Oxford

Cladding to be removed from Oxford tower block

Hockmore Tower
Image caption Eight-floor Hockmore Tower features HPL, which has failed fire safety tests

Cladding will be removed from a residential tower block in Oxford after it failed a fire safety test.

The city council says it will cost £1m to replace the high-pressure laminate (HPL) rain screen, which covers nearly half of Hockmore Tower.

The safety of retro-fitted cladding came into question after 72 people died in the Grenfell Tower fire in 2017.

The council said the eight-floor block was safe to live in due to the sprinkler system and other measures.

In June, Inside Housing said HPL burned 115 times hotter than non-combustible products.

It said HPL had been blamed for the external spread of the Lakanal House fire, which killed six people in Camberwell in 2009.

On 1 July the government said HPL rain screens needed to be removed from tower blocks if it is combined with combustible insulation.

The change comes after an HPL screen failed a fire safety test carried out by a private company.

Councillor Mike Rowley said the council was going "above and beyond legal requirements", adding: "We are acting quickly to remove and replace the cladding on Hockmore Tower."

The council added it would be looking to recoup the cost of replacing the cladding from the government, and had received £1.2m for replacing aluminium composite (ACM) rain screens used on the Evenlode and Windrush tower blocks in the city.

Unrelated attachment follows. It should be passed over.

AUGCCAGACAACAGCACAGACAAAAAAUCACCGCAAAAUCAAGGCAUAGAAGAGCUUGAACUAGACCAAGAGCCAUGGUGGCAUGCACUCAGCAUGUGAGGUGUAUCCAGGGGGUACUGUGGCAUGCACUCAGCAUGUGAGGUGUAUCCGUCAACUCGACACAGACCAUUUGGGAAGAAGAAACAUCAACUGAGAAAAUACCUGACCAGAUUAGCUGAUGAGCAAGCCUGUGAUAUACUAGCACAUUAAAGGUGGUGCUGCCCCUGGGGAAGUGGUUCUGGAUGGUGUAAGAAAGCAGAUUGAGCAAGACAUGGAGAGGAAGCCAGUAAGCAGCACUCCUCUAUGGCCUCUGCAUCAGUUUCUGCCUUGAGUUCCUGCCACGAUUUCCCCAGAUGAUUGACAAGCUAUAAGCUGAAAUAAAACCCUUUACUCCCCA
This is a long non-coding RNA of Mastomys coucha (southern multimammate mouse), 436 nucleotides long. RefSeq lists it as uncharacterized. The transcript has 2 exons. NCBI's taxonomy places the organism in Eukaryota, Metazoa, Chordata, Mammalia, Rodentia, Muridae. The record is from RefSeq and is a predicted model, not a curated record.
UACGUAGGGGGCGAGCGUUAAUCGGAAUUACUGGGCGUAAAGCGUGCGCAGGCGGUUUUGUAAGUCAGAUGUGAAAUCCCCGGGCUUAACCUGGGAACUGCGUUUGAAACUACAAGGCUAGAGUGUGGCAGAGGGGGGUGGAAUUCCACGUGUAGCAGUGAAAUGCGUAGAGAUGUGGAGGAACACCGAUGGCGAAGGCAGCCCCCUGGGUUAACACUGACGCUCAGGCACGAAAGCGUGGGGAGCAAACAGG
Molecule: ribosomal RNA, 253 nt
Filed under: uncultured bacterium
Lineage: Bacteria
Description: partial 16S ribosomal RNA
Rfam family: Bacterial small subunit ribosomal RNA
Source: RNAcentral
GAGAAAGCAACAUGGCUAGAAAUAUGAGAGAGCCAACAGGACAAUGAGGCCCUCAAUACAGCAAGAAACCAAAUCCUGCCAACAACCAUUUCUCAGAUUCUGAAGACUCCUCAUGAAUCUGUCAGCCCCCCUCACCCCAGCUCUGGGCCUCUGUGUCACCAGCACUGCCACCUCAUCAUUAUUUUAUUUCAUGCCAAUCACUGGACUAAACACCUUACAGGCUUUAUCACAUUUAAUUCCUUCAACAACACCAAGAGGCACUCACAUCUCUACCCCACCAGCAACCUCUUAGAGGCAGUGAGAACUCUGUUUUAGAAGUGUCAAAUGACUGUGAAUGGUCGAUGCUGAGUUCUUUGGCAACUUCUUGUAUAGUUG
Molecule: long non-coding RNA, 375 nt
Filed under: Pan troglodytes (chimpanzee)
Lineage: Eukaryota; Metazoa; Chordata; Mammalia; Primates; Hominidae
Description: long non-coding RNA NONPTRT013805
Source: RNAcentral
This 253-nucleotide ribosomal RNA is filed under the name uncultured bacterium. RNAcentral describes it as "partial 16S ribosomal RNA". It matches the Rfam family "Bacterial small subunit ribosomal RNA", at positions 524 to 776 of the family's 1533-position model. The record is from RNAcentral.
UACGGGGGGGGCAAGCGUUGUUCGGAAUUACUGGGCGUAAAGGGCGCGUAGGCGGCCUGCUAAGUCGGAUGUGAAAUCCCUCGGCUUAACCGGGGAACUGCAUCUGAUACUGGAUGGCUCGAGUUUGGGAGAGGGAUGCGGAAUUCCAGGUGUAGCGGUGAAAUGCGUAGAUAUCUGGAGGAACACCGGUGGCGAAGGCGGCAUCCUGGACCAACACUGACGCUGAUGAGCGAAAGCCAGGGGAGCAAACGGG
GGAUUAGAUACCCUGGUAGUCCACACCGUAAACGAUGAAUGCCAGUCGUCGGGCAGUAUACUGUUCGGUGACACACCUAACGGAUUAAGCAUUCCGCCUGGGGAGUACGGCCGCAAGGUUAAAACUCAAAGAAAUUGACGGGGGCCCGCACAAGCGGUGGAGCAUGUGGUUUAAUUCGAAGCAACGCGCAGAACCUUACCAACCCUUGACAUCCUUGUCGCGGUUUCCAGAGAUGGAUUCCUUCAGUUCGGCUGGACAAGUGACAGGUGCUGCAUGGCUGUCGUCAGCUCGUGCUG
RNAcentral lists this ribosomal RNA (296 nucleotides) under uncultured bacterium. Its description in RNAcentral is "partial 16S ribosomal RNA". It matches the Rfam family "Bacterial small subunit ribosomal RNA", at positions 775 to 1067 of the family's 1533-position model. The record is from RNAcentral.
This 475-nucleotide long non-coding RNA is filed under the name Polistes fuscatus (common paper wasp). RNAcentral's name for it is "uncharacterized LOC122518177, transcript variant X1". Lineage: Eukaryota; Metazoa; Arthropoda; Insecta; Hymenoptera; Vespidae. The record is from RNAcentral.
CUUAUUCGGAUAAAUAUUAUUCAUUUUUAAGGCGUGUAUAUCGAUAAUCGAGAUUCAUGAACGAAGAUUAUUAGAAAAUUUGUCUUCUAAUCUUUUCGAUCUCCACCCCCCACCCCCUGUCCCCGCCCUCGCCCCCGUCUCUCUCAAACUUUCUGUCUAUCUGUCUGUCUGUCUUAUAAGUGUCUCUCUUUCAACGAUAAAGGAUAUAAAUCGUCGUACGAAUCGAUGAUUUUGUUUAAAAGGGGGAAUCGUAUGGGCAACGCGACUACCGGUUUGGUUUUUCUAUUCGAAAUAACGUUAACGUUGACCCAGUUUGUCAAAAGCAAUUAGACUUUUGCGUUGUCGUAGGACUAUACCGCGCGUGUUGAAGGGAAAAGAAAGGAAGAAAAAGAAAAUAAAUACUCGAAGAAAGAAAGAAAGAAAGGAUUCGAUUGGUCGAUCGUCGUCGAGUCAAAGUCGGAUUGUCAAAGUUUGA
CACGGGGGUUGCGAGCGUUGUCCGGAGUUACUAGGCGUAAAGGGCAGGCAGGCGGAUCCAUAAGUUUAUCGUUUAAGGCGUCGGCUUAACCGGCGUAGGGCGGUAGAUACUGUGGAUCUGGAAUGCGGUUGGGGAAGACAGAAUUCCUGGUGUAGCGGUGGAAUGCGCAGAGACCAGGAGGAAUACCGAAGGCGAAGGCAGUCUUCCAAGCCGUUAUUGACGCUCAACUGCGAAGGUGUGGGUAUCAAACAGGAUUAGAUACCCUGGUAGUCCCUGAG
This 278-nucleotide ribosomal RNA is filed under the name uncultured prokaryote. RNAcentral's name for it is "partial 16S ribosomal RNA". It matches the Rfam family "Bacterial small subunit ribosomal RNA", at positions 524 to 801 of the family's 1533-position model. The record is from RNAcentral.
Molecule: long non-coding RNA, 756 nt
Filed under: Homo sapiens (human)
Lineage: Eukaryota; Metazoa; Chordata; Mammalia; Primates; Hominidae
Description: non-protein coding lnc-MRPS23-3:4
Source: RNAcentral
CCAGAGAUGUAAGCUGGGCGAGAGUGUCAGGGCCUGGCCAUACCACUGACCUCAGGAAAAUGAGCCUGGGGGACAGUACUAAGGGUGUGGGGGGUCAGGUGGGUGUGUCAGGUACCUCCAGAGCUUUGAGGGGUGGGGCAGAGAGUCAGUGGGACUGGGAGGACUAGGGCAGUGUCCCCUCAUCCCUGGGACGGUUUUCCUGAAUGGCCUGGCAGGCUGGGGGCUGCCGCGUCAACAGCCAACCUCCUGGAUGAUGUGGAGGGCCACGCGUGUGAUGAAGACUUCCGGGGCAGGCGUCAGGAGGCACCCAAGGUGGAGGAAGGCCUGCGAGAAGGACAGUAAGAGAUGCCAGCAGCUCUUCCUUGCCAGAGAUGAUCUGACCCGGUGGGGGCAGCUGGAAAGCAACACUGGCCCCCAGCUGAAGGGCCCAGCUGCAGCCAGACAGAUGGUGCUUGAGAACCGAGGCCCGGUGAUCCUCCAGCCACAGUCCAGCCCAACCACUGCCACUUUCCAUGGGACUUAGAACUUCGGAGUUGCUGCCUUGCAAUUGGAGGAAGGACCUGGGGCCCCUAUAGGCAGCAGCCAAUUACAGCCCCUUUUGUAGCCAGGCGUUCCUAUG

Image copyright Getty Images
Image caption Dozens of people were killed in the Grenfell Tower fire, which spread due to flammable cladding

ACM cladding was used on Grenfell Tower, and contributed to the rapid spread of the fire in the 24-storey building.

The council and Oxfordshire Fire and Rescue Service said a "comprehensive range of fire safety measures" meant Hockmore Tower, which contains 58 flats, was safe to live in while the cladding was still in place.

The insulation used on the tower is non-combustible.

Unlike Grenfell Tower and Lakanal House, it has sprinkler systems in all its flats, fire breaks within the cladding system and an evacuation policy for the building down two flights of stairs.

In Grenfell and Lakanal there was a "stay put" policy in place, which meant some stayed in their properties as the blaze progressed.

A small amount of HPL rain screens will be removed from the Evenlode and Windrush tower blocks in Blackbird Leys.

Some work will take place in the Foresters and Plowman towers, but its cladding does not require removal.

Chief fire officer Simon Furlong said: "Hockmore Tower - with its fire alarms, upgraded fire doors, evacuation policy and, most especially, its sprinklers - far exceeds the standards required to determine that the building is safe."

The work on all five towers is expected to cost £1.5m.

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